Saturday, February 2, 2008

Chapter 3 - Pioneer Women sculpture attributes #2

Let's face it. Women in the late 19th and early 20th Century sculpture were frequently a bunch of hussies.

Even angels, easily identified by their wings, on occasion sported the bodies of naked women. Donning a breast plate seemed to actually accentuate the woman's "charms" rather than covering them up.

That these works were largely created by male artists certainly (one of the many words and/or phrases that is used to mean that you are about to read my opinion) surely accounts for much of this. In an era when a "well turned ankle" was considered a bit saucy and a "shapely calf" could drive men wild, when even table legs could not be discussed in polite or mixed company because of the obvious connotation, the art world was one of the few places where the scantily clad, (or less) figure, almost always of women, was considered to be acceptable.

However all that changed when the figure involved was that of the art patron's mother or grand mother. Suddenly modesty in look, dress and demure became the order of the day and provides us with our first attribute. Dress.

It started at the top with usually a bonnet, occasionally a scarf or shawl, but almost always something. Under these outfits the nipple, a standard feature in many previous female figures, completely disappears, despite the fact that the outfits are on occasion quite form fitting.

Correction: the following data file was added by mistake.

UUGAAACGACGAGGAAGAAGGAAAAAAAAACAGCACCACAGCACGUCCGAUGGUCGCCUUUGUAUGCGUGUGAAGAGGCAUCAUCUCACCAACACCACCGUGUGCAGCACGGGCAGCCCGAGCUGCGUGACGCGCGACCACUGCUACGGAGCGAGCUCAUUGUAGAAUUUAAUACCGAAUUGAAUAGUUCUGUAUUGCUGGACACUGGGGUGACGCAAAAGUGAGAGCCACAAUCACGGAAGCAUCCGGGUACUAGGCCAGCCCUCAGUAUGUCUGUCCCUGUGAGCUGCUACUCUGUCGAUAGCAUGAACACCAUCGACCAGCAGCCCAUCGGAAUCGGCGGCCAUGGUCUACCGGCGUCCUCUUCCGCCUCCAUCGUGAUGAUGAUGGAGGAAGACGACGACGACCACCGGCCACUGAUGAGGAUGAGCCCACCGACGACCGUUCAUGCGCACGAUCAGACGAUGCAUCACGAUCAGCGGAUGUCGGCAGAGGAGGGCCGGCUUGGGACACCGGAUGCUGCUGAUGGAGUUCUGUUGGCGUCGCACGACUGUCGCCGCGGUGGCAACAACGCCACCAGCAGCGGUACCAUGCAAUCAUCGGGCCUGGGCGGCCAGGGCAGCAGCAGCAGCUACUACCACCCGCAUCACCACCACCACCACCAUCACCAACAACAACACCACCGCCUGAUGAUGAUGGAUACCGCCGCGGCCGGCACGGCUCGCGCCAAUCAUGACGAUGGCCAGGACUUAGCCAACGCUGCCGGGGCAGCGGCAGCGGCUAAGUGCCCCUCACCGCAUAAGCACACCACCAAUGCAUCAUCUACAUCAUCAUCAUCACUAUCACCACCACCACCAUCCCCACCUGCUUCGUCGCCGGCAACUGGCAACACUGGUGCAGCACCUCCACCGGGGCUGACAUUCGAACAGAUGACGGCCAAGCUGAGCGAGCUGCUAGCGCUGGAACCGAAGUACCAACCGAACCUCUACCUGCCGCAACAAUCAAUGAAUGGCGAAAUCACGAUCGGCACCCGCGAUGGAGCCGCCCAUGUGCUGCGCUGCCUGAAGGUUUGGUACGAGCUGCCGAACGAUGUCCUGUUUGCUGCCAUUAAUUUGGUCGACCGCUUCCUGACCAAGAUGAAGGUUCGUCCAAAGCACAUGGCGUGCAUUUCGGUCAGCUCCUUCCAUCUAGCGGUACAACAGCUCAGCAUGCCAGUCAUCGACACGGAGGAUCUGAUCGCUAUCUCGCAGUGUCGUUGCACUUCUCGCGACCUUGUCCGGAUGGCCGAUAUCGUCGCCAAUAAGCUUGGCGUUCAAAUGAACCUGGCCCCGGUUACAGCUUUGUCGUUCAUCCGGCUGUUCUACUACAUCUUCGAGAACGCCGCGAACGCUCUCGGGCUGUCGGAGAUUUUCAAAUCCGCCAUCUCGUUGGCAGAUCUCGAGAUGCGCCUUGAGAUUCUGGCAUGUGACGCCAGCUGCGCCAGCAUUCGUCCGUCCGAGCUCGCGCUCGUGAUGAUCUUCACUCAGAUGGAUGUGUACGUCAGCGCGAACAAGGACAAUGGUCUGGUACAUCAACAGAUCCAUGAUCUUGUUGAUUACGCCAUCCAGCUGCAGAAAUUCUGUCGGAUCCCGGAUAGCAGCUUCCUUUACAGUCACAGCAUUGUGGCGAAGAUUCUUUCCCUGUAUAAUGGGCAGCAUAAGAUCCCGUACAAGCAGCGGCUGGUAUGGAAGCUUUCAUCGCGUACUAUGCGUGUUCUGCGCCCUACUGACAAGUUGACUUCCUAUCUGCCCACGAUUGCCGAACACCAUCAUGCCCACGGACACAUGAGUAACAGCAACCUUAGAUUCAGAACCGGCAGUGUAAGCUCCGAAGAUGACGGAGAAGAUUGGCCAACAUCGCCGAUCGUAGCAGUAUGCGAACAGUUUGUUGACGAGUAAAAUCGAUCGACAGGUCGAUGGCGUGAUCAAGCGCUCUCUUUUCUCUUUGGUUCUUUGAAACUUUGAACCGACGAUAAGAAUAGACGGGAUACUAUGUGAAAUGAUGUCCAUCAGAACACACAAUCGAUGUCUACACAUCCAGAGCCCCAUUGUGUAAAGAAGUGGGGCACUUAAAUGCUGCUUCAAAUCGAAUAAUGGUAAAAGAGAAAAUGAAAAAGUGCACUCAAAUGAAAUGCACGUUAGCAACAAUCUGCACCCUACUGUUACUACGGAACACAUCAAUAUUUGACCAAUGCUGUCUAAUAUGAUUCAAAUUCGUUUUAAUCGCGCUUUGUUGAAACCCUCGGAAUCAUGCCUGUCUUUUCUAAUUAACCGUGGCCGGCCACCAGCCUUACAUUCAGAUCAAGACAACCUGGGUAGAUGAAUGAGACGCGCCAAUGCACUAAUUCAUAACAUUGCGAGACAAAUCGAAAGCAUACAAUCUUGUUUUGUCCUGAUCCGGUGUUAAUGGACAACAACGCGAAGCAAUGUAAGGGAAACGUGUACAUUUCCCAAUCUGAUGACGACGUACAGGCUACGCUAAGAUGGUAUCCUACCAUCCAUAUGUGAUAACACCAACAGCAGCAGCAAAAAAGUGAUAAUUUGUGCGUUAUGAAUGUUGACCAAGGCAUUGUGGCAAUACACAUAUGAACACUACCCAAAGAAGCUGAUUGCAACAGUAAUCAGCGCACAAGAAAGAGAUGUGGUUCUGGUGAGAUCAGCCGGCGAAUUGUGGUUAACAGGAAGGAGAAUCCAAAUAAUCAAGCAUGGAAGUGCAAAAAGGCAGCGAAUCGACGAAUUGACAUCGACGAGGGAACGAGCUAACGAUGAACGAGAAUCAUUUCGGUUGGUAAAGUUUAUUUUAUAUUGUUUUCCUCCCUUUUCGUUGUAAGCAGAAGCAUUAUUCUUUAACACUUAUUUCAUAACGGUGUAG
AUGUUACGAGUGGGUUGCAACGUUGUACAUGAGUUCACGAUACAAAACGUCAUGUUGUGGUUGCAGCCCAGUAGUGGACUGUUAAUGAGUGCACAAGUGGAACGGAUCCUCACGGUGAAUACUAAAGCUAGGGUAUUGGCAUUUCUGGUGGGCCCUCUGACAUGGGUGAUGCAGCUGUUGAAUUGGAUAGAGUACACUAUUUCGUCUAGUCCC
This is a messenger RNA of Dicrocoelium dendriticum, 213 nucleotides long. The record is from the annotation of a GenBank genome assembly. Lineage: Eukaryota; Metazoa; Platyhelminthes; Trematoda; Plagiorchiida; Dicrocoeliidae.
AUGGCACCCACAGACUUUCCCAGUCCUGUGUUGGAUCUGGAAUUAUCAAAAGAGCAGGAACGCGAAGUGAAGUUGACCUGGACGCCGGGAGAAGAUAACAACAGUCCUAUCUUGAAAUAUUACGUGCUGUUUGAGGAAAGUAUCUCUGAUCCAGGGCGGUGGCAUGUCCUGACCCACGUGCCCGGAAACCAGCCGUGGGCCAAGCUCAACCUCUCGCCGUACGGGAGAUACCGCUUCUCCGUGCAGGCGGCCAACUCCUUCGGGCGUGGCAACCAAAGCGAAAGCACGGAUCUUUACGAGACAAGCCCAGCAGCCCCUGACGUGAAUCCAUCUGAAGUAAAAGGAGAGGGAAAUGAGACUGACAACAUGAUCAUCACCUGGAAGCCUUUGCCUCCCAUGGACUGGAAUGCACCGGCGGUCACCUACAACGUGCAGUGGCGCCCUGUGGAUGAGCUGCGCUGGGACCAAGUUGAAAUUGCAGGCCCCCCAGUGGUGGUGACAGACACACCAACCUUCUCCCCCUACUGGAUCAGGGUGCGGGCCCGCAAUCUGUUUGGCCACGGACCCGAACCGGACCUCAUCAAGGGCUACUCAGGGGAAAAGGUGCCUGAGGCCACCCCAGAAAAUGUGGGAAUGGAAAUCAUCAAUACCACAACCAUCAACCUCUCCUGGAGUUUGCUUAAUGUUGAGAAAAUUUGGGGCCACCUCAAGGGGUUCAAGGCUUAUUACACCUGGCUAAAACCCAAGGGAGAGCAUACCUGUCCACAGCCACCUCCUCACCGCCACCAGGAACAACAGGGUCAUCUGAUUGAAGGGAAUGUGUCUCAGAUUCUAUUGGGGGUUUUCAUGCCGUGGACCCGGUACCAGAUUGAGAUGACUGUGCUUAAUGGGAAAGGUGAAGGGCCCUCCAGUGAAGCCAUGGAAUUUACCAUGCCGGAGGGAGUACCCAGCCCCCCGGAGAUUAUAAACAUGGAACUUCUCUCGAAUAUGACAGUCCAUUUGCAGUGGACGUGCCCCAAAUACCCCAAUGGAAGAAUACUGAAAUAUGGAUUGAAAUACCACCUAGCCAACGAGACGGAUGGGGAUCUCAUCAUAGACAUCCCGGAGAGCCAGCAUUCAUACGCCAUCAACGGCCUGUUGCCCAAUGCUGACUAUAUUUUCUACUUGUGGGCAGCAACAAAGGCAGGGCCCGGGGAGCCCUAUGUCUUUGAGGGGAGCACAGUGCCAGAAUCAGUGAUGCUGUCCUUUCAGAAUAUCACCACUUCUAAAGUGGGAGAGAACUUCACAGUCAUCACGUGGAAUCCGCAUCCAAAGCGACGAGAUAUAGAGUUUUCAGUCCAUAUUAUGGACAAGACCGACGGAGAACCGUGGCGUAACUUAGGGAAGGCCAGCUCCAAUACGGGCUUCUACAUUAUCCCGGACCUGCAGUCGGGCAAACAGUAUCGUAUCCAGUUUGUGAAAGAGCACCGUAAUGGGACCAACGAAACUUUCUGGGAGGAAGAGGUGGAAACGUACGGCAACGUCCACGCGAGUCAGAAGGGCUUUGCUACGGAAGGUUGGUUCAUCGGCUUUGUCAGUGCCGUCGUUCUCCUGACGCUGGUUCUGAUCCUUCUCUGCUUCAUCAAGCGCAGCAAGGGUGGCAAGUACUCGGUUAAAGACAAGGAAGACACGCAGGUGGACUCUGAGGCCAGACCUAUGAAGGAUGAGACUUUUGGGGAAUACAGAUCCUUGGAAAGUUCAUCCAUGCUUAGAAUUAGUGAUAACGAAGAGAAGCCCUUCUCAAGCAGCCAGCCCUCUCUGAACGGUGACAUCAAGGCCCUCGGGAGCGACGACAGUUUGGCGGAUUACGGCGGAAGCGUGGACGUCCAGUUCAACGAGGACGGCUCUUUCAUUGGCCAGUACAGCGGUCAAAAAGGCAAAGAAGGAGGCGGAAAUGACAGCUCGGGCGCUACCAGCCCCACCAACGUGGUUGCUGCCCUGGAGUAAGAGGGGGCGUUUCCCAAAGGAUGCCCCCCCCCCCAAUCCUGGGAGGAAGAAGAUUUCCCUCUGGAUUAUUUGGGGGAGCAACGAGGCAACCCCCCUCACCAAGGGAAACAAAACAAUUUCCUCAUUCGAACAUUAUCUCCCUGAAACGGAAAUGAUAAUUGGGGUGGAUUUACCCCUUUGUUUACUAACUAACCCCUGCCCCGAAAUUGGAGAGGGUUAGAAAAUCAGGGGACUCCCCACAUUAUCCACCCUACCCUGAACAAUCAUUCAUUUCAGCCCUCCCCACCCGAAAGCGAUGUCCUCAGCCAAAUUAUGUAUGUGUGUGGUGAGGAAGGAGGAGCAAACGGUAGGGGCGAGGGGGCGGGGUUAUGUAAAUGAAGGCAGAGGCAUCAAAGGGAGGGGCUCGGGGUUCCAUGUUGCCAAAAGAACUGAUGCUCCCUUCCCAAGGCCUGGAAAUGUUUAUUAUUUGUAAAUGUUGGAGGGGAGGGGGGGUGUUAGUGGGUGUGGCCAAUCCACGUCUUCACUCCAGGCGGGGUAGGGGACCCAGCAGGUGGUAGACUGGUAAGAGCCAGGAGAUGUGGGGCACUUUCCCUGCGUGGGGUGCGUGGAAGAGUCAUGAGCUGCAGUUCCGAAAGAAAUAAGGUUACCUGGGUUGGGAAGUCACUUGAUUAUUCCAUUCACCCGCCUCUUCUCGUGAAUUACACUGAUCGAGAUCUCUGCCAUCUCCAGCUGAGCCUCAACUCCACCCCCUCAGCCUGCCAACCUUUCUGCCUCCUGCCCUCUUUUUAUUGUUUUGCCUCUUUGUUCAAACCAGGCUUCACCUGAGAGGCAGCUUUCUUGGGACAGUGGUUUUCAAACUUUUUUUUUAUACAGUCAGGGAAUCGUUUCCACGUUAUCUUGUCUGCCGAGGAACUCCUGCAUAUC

Dresses are long, flowing and usually extend all the way to the next attribute, a good pair of solid, sensible boots.

There is more research to be done on all of these, but by including a LARGE BOOK, both the important issues of Christianity and literacy were addressed.

A significant attribute, frequently employed was the rifle, suggesting that the Pioneer Women took an active role in the defense of the homestead. More will be said about this down the line in a blog called "Rifles -the male tool, or just a tool?".

This is in no way a complete list of the attributes that identify Pioneer Woman. However it is a start.

Children (mostly sons, at least as the oldest child, when gender can be determined)
long dresses
modesty in look, dress and demure

(to be cont.)

1 comment:

Twila said...

I must say, what you are doing is incredibly fascinating! In my art history education, we didn't get a lot of "American" art, so I will definitely be keeping tabs on you as well! (Plus I will give you my opinion, which I am quite eager about doing - especially about art. I don't get too much of that going to a technical school and hanging out with programmers 24/7.)
BTW - I'm not positive how commenting works on blogger yet. But I replied to you on the comments you left on my blog. I didn't think this would be such a learning experience. =)